Goldenpyre – In Eminent Disgrace

Rating : 4.5/5
Released: 2017
Label/Distributor: Exorcize Music
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Band Line-up:1 goldenpyre

Caneco – Bass
Ricardo Veiga – Drums
Ricardo Coutinho – Guitars
Tiago Veiga – Guitars
Fred – Vocals


1. Collapse Of Empirical Foundations
2. Winds Of Pestilence
3. A Crown For Decadence
4. Suffocation
5. Meant To Suffer
6. Last Paroxysm
7. Yod Sabboath
8. Deluge Of Fire


Portugal’s Goldenpyre are survivors, that is for sure. They have been around for 20 years, and have overcome much hardship and personal tragedy to finally unleash upon the world “In Eminent Disgrace”, their incendiary debut full length. They have spent many years honing their craft, and have toured with the likes of Suffocation and Nile. They suffered a tremendous setback when vocalist Jarder passed away in 2009, and the band disappeared into the shadows to regroup. Now the time is right, and they are back. They have given us something that was well worth waiting for.

The dense (as in like a planet) and heavy “Collapse of Empirical Foundations” opens proceedings. Its riffing is simplistic, but the delivery is subtly technical, underpinned with a syncopated rage which is indescribable. They follow this up with “Winds Of Pestilence”, a torrent of putrefyingly ugly tunefulness, and the punishing grooves of “A Crown For Decadence”, which just grinds the listener underfoot; nightmarish stuff!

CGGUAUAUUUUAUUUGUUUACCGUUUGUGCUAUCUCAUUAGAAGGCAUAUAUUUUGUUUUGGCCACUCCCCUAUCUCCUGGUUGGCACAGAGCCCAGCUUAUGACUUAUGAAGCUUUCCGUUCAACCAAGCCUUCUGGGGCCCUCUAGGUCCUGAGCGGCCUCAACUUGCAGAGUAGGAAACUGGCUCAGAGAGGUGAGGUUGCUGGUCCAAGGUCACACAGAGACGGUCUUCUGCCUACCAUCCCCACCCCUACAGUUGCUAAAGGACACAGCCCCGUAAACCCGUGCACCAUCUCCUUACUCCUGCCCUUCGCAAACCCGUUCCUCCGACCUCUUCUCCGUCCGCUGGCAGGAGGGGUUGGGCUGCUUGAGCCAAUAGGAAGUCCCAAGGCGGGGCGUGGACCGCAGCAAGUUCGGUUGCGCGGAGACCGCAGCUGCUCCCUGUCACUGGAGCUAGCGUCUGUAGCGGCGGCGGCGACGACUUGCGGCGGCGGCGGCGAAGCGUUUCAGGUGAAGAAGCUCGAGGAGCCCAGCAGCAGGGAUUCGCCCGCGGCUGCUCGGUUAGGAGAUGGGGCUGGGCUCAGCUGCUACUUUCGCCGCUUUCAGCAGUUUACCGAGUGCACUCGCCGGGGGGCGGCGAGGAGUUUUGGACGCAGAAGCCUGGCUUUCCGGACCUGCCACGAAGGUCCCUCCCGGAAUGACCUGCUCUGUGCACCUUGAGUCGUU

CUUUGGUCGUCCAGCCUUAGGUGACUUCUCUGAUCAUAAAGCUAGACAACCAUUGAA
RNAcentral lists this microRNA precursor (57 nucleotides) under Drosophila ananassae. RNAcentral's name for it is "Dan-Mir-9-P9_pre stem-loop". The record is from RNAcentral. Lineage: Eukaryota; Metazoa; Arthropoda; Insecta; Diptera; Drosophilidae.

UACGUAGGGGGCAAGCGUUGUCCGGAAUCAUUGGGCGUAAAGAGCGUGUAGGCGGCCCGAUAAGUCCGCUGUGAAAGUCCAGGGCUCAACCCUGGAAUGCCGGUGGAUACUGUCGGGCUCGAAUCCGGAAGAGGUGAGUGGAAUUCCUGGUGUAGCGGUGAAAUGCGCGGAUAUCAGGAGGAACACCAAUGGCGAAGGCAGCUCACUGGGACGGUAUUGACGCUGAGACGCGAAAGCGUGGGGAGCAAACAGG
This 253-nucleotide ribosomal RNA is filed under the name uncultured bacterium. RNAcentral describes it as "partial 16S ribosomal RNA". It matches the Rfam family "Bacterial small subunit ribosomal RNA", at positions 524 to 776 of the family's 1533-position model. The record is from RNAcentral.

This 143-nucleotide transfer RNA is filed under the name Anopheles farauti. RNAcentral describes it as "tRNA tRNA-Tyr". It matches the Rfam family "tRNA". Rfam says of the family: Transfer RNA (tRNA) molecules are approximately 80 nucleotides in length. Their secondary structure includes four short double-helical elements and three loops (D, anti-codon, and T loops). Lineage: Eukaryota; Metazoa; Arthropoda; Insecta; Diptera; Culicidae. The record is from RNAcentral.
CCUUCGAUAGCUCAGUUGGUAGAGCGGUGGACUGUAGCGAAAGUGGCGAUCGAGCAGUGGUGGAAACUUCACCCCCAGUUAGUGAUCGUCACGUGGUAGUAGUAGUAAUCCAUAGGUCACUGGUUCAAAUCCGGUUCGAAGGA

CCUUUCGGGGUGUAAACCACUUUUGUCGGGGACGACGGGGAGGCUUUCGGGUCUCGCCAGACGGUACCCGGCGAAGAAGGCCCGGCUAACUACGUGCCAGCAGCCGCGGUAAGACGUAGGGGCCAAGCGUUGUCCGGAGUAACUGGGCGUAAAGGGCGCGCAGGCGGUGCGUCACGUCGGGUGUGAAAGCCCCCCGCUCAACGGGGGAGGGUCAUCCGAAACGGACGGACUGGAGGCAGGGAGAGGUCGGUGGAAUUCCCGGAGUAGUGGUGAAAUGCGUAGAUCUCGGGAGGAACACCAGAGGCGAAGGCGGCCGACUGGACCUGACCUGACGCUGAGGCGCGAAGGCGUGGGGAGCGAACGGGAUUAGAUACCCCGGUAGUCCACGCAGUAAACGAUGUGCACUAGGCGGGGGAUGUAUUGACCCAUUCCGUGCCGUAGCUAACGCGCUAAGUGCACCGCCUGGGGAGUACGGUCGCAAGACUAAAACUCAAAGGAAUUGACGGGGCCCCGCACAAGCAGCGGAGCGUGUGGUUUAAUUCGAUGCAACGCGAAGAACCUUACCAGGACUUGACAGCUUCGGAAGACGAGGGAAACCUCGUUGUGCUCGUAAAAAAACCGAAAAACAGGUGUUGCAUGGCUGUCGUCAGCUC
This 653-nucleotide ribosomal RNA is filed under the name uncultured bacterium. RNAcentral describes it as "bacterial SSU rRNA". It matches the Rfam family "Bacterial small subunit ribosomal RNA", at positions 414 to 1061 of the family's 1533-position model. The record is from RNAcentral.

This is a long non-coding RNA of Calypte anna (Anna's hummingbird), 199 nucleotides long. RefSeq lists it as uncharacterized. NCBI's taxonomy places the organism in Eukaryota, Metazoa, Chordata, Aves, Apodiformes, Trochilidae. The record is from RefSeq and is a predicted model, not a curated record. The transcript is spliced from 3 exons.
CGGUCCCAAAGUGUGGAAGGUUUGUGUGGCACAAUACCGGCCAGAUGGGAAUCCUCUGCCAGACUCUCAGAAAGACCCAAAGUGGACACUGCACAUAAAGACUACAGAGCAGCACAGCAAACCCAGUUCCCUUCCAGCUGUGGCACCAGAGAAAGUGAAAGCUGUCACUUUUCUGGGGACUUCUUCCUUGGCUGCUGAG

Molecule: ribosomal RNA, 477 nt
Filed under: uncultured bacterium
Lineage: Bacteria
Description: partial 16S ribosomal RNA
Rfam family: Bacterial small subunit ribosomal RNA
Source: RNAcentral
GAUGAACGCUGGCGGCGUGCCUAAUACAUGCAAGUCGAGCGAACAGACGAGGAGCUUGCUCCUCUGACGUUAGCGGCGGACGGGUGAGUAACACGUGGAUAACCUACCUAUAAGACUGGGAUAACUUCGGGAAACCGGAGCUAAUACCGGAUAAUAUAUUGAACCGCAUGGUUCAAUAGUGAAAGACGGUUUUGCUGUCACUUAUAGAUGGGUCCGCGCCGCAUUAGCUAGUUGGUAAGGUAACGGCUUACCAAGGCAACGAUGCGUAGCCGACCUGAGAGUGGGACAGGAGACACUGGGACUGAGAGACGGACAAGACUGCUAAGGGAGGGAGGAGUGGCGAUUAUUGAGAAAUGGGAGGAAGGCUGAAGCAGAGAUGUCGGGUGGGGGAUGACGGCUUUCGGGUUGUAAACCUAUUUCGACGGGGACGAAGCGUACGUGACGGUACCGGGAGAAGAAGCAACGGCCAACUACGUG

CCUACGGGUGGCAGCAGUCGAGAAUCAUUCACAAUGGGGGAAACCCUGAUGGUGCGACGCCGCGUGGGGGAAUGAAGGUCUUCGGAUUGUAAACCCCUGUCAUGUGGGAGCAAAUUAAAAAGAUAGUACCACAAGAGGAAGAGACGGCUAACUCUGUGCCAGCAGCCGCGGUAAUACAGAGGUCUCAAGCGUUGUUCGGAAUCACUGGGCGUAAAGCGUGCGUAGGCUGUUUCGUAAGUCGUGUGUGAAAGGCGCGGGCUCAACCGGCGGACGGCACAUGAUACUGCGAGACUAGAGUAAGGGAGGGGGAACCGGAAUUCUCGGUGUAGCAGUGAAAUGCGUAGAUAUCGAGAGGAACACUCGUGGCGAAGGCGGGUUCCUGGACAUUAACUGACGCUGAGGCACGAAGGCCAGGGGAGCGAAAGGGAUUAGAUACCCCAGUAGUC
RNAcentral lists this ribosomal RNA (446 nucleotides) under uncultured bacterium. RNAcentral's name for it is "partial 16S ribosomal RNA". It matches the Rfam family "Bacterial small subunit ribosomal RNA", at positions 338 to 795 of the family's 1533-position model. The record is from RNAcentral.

The aptly titled “Suffocation” is next; like being in the path of a tidal wave. You know that death is imminent, but it is darkly desirable. “Meant to Suffer” is a festering boil of a track; dizzying and nauseatingly vicious, and “Last Paroxysm” is a militaristic war machine – like armies marching into a carnal, bloody crusade. A perverse battle hymn.

The Lovecraftian cataclysm “Yod Sabboath” ensues next, and it grunts and heaves like a rutting rhino until you are gored senseless. “Deluge Of Fire” closes the album like an embolism of fetid air making its way towards the heart.

It is abundantly clear that Goldenpyre have spent years acuminating their sound to a fine edge. The crunching guitars twist into rotten melodies and noxious harmonies (akin to US deathsters Drawn And Quartered) and grooves the size of the Grand Canyon. They are not a band that rely on velocity to get their savage point across; indeed this is Death Metal very much of the mid-paced variety. The album benefits greatly from the superb production job. The vocals are comparable to a man with a hornets nest in his underpants. A captivatingly malevolent masterpiece.

Review By Owen Thompson